by Staff Writers
Maputo (AFP) Oct 26, 2011
More than 700 Mozambican civil war veterans and their families gathered in the country's capital Maputo on Wednesday during a second day of protests to demand pensions from the government.
The group of veterans, widows, children, and siblings began a camp outside the prime minister's office on Tuesday, singing revolutionary songs and brandishing placards.
"We want the government to pay us a pension of 12,500 meticals ($470, 340 euros) per month for each demobilized war veteran, as well as the integration of former militiamen and their widows in the scheme," the leader of one of the veterans' associations, Herminio dos Santos, told AFP Wednesday.
"We don't want dialogue with the ministry (of war veterans), we want direct talks with the president or the prime minister."
Dozens of police officers armed with AK47 rifles and riot gear watched over the protest as nervous authorities fear an outbreak of riots after unrest in September last year left 14 people dead.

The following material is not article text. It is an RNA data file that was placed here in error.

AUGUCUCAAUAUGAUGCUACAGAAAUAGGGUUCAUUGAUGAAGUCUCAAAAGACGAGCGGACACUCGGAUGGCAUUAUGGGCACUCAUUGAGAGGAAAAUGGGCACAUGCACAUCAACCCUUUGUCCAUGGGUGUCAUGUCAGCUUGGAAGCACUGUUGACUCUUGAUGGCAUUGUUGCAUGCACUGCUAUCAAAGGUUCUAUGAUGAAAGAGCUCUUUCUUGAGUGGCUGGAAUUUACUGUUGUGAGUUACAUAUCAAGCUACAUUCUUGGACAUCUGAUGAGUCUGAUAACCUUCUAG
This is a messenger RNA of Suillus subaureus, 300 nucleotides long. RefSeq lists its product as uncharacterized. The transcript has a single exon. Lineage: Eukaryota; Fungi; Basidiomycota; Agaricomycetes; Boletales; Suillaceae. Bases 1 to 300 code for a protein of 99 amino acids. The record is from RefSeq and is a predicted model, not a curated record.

None of the 70,000 fighters from the 16-year civil war between the Frelimo government forces and Renamo rebel group currently receive pensions, while veterans from the country's liberation war against colonial power Portugal do get money from the state.
About 100,000 people were killed and four million others displaced during the conflict which ended in 1992.
A new law pledges payment to civil war veterans, but the value has not been set.
War veterans ministry spokesman Horacio Massangela, told state television TVM that the government was open to discussing demands that could be accommodated under the statute.
Authorities will meet with the protesters next Wednesday.
Mozambique would have to pay 840 million meticals every month to meet the veterans' needs. The country spends 10 billion meticals a year on war pensions already.
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US troops to advise front-line units on Uganda rebels
Washington (AFP) Oct 25, 2011
US special forces will be deployed with front-line units as advisors to central African militaries hunting down the leaders of Uganda's Lord's Resistance Army, a senior US official said Tuesday. Alexander Vershbow, a top Pentagon official, assured lawmakers that the deployment would likely last no more than "months" and was limited to aiding regional militaries to gather and use intelligence ... read more
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